There’s always a start-up cost to most things in life. The start-up cost to compete against the likes of Boeing or Airbus is damningly daunting. Note that both Airbus and Boeing require heavy government subsidies and that Airbus was until the past few years, a joint venture between several European governments.
Therefore, the amount of capital–in all its forms–needed to enter the highly technical and specialized aerospace industry guarantees few if any new participants. However, even this “extreme” example of start-up cost is not so apt anymore. With the creation of “venture funds” such as X-Prize in the aerospace field, some aspects of the cost are lowered–if just enough for more participants.
The same start-up costs must be dealt with in non-profit work as well. Now to reiterate the question: Why doesn’t CDFi just volunteer for other local non-profits? Why bother to organize and host yet another non-profit? To state an extreme position, why doesn’t everyone just volunteer for a single non-profit, one called “Venti Volunteer Venues?”
We took the time to obtain our 501(c)3 status because we provided a forum for events and ideas that other groups did not offer. These ideas and events have not been of interest to some, but the multiple group formations that collective action can sustain does not necessitate an end battered by inter-group rivalries seen amongst gangs.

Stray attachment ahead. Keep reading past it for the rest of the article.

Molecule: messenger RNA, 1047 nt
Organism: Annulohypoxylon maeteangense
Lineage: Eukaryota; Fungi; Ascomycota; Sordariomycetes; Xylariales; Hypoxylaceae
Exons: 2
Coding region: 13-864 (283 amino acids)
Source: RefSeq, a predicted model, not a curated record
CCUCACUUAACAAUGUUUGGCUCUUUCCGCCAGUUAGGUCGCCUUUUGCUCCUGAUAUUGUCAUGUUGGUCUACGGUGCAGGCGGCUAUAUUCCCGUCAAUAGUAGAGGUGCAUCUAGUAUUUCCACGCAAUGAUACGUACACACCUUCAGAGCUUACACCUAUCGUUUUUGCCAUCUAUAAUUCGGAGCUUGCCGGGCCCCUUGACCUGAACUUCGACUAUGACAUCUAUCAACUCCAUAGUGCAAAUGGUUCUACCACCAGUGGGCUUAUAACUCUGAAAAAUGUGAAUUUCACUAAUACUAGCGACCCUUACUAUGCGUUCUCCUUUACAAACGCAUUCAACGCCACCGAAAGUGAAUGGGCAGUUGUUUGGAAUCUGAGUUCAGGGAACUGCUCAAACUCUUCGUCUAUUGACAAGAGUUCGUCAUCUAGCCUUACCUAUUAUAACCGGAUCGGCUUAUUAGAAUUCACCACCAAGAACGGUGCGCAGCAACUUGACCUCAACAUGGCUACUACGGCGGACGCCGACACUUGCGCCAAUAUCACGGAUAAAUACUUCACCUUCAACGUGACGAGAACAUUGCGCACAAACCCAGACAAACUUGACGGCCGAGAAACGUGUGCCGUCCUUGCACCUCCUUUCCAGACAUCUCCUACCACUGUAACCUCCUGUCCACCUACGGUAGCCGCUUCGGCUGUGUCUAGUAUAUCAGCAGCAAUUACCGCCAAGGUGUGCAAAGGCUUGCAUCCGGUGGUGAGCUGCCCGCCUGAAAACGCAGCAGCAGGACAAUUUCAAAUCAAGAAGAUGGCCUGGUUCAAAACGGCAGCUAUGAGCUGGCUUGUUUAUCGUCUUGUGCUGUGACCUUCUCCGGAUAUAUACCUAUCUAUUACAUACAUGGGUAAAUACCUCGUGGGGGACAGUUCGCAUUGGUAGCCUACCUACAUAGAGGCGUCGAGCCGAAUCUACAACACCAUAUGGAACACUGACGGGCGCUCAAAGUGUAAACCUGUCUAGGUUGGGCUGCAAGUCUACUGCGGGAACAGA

CDFi is not out to compete in the manner of Boeing and Airbus or of Latin Kings and Crypts. Furthermore without the need to pay a rent, our focus on community and our aspirations for collective action can get the focus it needs. Money always seems to be a constricting factor–in aerospace, in film, in music, etc. There’s only so much foundation money or grant money that can be doled out; there’s only so much in the national treasury. Money may be one way to organize goods and behavior, but it’s not the only value affecting our minds and hearts. Bill Gates has termed it “creative capitalism.” I don’t want to critique that term in this entry, but I do offer a challenge to the community:
Note your and your friends’ complaints about Albany (or their life if you’re ambitious), and then leave CDFi a video report (via Youtube) or just leave a reply to this post. We can match your interests in change to those of our other members and then provide the formal introductions.
To start us off, here’s what I’m thinking about and working on:
- Get together for local college pride groups and local pride non-profits. The more students are pushed to break the feet dragging walk between bed, class, and cafeteria the better their education.
- Monthly “Kraft Derby” at the Albany Art Room–akin to “Queen Bee.”
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